In 1995, the number of teams increased to 16. Teams were divided into two groups of eight. As the 1994 edition, they played two phase of group stage, against teams from the same group and teams from the other group once respectively. After the group stage, the top team of each group competed in the Taça Guanabara final, with the winner being awarded one point in the final phase of Campeonato Carioca. The top four teams in each group then contested the final phase of Campeonato Carioca, not being considered part of Taça Guanabara, in a double round-robin tournament to determine the winner of Campeonato Carioca. The first placed team in each group after the first and second phase of group stage, as well as the winner of Taça Guanabara, would be awarded for one more point in the final phase.[2]

Because of these format changes, Taça Rio was not held in these three years. Since 1996, the old format has been adopted again.

The last win was accomplished by Fluminense in 2017.[3]


Year Winner Runner-up
2017 Fluminense Flamengo
2016 Vasco da Gama Fluminense
2015 Botafogo Flamengo
2014 Flamengo Fluminense
2013 Botafogo Vasco da Gama
2012 Fluminense Vasco da Gama
2011 Flamengo Boavista
2010 Botafogo Vasco da Gama
2009 Botafogo Resende
2008 Flamengo Botafogo
2007 Flamengo Madureira
2006 Botafogo America
2005 Volta Redonda Americano
2004 Flamengo Fluminense
2003 Vasco da Gama Flamengo
2002 Americano Vasco da Gama
2001 Flamengo Fluminense
2000 Vasco da Gama Botafogo
1999 Flamengo Vasco da Gama
1998 Vasco da Gama Flamengo
1997 Botafogo Vasco da Gama
1996 Flamengo Vasco da Gama
1995 Flamengo Botafogo
1994 Vasco da Gama Fluminense
1993 Fluminense Vasco da Gama
1992 Vasco da Gama Flamengo
1991 Fluminense Flamengo
1990 Vasco da Gama Botafogo
1989 Flamengo Botafogo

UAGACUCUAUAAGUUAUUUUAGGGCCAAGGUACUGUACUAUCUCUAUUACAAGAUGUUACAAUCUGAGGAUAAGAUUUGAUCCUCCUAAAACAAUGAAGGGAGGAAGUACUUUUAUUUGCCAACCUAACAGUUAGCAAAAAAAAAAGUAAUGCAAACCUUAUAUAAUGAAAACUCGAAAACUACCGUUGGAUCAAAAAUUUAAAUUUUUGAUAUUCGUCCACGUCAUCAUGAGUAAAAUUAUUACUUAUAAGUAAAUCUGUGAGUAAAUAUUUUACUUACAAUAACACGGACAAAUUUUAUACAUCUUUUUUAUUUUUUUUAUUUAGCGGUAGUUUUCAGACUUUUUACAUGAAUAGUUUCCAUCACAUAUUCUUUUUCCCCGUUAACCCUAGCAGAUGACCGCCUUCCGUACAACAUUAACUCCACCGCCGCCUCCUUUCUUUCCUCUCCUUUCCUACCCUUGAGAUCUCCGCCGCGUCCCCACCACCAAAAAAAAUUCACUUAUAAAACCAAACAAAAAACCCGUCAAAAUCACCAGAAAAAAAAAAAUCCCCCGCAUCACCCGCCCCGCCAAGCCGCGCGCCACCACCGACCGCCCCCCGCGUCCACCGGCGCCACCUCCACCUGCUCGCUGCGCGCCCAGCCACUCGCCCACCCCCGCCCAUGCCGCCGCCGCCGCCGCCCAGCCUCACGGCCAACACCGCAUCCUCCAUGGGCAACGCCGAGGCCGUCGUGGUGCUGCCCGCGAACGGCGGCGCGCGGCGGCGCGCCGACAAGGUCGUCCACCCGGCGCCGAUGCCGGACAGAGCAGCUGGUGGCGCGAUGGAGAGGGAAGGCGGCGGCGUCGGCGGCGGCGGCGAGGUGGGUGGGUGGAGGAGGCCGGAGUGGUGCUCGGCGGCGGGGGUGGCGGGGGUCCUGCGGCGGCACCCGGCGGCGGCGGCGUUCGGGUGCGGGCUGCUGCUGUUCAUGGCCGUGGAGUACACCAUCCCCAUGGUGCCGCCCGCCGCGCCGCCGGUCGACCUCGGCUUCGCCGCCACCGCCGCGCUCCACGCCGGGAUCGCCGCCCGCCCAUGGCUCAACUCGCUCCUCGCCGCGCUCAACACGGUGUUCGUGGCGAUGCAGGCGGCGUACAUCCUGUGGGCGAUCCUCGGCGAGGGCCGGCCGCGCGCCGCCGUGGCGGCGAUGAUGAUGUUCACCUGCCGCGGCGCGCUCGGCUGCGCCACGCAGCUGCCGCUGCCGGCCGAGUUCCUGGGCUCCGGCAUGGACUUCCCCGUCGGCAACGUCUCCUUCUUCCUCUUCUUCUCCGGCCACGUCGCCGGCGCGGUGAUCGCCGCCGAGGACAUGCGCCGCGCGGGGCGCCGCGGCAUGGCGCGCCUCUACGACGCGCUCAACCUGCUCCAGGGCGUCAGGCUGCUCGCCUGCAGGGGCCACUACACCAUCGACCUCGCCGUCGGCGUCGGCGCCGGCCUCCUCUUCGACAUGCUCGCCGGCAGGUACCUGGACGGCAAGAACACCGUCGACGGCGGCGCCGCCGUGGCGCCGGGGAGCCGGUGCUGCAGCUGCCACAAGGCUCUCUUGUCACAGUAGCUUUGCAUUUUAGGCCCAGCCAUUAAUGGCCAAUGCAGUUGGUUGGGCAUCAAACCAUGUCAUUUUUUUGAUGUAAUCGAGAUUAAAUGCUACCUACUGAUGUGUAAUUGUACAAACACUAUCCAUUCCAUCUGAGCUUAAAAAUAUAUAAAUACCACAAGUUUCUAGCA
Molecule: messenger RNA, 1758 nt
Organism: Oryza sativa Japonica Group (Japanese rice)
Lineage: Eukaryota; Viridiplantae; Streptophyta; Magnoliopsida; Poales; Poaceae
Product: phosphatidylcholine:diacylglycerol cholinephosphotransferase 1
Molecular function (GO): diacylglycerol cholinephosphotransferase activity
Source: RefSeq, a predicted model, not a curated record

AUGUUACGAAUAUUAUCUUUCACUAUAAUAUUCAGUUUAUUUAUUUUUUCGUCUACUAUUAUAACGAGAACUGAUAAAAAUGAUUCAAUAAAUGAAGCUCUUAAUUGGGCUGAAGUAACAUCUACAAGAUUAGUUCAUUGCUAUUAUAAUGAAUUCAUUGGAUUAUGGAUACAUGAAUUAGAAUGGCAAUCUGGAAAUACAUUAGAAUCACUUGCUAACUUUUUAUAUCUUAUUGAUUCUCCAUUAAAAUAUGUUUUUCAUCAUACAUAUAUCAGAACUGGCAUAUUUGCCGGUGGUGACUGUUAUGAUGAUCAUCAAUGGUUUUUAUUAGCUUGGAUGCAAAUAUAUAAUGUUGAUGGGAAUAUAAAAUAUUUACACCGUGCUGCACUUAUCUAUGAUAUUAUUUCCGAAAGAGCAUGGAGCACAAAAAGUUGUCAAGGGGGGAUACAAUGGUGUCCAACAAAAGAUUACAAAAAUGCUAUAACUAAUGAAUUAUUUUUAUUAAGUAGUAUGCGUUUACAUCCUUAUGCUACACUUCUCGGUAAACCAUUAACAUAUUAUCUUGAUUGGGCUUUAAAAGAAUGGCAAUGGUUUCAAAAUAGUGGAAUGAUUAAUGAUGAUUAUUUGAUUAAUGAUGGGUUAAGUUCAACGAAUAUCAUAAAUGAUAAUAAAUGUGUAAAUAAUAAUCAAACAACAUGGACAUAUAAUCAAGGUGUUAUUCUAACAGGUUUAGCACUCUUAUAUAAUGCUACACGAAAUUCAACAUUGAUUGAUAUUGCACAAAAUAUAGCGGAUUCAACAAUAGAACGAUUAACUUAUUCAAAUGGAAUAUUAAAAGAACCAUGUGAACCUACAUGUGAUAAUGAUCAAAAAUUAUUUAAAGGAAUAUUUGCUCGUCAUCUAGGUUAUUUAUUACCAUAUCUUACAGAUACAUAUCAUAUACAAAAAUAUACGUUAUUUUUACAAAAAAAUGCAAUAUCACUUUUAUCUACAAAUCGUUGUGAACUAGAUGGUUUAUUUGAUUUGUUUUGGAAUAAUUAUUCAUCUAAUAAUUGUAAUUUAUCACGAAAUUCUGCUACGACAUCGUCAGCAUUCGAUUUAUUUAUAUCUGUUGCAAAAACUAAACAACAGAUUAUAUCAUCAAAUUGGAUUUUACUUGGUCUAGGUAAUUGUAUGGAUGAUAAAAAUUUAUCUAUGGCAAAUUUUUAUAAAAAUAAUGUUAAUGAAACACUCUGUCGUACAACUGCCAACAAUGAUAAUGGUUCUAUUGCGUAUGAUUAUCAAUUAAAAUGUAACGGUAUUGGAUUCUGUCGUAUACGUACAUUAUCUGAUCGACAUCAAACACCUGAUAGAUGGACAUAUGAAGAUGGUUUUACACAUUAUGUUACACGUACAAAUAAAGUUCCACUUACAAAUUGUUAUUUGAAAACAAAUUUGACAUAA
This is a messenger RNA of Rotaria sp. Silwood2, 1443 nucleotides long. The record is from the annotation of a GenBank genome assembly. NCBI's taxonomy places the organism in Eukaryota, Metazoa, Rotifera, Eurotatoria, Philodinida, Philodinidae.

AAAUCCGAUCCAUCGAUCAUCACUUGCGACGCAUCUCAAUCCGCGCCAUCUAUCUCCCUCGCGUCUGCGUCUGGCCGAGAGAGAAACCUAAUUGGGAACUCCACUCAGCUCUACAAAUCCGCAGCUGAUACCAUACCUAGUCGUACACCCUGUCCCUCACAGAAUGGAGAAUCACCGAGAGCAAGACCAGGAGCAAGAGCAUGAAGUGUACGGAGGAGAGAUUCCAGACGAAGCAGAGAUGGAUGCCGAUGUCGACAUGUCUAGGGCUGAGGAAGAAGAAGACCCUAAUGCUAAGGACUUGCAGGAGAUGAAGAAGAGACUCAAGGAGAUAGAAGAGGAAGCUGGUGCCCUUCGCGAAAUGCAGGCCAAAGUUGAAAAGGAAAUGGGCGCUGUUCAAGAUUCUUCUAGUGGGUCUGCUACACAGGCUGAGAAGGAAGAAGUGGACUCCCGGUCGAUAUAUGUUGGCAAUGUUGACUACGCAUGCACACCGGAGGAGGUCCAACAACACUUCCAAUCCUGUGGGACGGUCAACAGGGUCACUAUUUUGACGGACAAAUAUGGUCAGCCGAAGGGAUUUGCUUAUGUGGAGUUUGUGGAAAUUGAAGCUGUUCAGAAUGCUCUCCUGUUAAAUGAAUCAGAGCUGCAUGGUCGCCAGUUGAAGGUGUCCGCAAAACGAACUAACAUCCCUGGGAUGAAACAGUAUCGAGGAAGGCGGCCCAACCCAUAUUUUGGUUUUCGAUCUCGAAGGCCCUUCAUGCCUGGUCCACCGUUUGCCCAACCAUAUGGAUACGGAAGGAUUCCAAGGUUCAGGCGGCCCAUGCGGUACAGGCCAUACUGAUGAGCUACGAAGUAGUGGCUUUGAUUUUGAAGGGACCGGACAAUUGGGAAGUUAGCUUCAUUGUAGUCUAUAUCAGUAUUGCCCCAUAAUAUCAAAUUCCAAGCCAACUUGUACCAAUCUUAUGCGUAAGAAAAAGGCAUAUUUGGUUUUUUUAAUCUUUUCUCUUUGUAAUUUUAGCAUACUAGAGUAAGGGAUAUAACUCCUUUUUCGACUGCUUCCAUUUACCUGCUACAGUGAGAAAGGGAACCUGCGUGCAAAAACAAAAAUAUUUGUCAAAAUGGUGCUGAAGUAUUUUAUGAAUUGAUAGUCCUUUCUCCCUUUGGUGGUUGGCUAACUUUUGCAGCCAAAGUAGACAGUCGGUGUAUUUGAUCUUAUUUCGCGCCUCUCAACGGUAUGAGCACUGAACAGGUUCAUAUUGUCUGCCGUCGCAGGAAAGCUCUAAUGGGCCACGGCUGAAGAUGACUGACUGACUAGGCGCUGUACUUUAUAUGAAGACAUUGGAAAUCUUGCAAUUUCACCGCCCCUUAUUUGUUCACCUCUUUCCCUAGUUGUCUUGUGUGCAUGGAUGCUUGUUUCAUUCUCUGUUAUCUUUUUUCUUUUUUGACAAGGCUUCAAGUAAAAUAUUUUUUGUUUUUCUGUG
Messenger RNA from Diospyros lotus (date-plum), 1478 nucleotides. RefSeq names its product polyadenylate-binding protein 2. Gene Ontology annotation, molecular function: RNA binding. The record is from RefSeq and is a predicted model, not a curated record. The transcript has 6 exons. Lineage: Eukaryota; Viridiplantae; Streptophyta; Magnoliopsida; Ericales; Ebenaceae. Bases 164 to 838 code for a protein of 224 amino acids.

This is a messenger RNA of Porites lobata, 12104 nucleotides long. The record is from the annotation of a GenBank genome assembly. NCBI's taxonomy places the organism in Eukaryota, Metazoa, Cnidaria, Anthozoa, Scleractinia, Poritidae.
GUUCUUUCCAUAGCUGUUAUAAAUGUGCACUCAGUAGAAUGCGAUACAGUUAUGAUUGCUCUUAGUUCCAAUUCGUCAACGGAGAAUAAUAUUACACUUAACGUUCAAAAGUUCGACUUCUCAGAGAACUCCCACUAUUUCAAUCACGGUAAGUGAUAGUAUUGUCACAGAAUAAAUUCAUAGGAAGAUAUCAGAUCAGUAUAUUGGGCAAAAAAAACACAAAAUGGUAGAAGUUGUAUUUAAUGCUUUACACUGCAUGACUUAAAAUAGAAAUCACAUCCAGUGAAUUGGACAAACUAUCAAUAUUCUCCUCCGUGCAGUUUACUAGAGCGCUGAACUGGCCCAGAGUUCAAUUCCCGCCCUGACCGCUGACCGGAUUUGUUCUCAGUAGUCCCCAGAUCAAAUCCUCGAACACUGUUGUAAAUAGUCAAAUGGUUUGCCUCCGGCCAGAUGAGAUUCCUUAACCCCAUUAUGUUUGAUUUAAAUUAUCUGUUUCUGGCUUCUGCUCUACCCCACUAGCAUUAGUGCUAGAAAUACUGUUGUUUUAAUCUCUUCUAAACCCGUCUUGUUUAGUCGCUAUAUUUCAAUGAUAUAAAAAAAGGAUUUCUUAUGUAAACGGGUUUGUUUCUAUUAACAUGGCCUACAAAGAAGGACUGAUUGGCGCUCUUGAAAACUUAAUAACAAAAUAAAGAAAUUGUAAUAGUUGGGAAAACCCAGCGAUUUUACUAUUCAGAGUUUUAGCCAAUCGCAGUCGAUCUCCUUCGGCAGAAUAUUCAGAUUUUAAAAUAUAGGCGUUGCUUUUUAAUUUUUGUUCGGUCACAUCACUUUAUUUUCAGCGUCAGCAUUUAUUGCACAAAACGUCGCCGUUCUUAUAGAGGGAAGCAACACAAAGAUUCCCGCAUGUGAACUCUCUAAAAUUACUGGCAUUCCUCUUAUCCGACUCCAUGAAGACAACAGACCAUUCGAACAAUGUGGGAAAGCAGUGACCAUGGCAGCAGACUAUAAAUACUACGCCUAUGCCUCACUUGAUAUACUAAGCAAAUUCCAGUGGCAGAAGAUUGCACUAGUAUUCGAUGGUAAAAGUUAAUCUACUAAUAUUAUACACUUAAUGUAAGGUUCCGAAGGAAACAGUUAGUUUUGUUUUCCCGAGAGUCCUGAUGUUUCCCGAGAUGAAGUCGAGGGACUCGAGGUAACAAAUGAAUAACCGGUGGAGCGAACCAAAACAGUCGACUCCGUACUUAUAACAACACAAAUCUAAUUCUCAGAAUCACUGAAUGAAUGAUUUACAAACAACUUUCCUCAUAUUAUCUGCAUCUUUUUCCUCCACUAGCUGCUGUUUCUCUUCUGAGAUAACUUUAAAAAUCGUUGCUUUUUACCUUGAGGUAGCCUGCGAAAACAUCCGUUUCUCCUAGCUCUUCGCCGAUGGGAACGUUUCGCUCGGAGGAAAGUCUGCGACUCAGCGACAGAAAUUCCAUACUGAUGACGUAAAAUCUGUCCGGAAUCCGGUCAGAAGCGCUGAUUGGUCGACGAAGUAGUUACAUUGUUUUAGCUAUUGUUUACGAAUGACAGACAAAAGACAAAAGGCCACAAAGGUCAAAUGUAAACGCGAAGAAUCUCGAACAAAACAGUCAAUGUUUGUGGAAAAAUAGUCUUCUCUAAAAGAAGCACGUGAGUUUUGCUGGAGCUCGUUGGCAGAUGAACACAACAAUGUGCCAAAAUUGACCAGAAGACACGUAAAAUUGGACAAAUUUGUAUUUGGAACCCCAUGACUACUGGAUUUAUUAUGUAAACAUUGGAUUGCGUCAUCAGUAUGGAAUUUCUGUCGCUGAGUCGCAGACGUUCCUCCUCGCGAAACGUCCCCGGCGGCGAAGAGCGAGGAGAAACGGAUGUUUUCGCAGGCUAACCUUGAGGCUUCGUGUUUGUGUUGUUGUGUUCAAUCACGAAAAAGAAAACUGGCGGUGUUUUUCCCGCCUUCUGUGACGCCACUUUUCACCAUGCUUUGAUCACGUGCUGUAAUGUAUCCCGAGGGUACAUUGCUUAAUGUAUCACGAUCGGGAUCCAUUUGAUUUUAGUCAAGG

1988 Flamengo Botafogo
1987 Vasco da Gama Fluminense
1986 Vasco da Gama Flamengo
1985 Fluminense Vasco da Gama
1984 Flamengo Fluminense
1983 Fluminense America
1982 Flamengo Vasco da Gama
1981 Flamengo America
1980 Flamengo Americano
1979 Flamengo Fluminense
1978 Flamengo Fluminense
1977 Vasco da Gama Flamengo
1976 Vasco da Gama Flamengo
1975 Fluminense America
1974 America Fluminense
1973 Flamengo Vasco da Gama
1972 Flamengo Fluminense
1971 Fluminense Botafogo
1970 Flamengo Fluminense
1969 Fluminense Botafogo
1968 Botafogo Flamengo
1967 Botafogo America
1966 Fluminense Flamengo
1965 Vasco da Gama Botafogo

Titles by team[edit]


Since 1990, the winner of the Guanabara Cup has also won the State championship in 1992, 1994, 1997, 1998, 1999, 2001, 2003, 2004, 2006, 2007, 2008, 2010, 2011, 2012 and 2013.

Flamengo in 1996 and 2011, Vasco da Gama in 1992 and 1998 and Botafogo in 2010 and 2013 have won both rounds of the Rio de Janeiro State championship.

See also[edit]


  1. ^ "Rio de Janeiro Championship 1994". RSSSF Brasil. Archived from the original on March 23, 2008. Retrieved February 26, 2012. 
  2. ^ "Rio de Janeiro Championship 1995 - First Level". RSSSF Brasil. Archived from the original on August 23, 2007. Retrieved February 26, 2012. 
  3. ^ "Nos pênaltis, Fluminense vence o Flamengo e leva a Taça Guanabara". Globoesporte.com (in Portuguese). March 5, 2017. Retrieved March 5, 2017.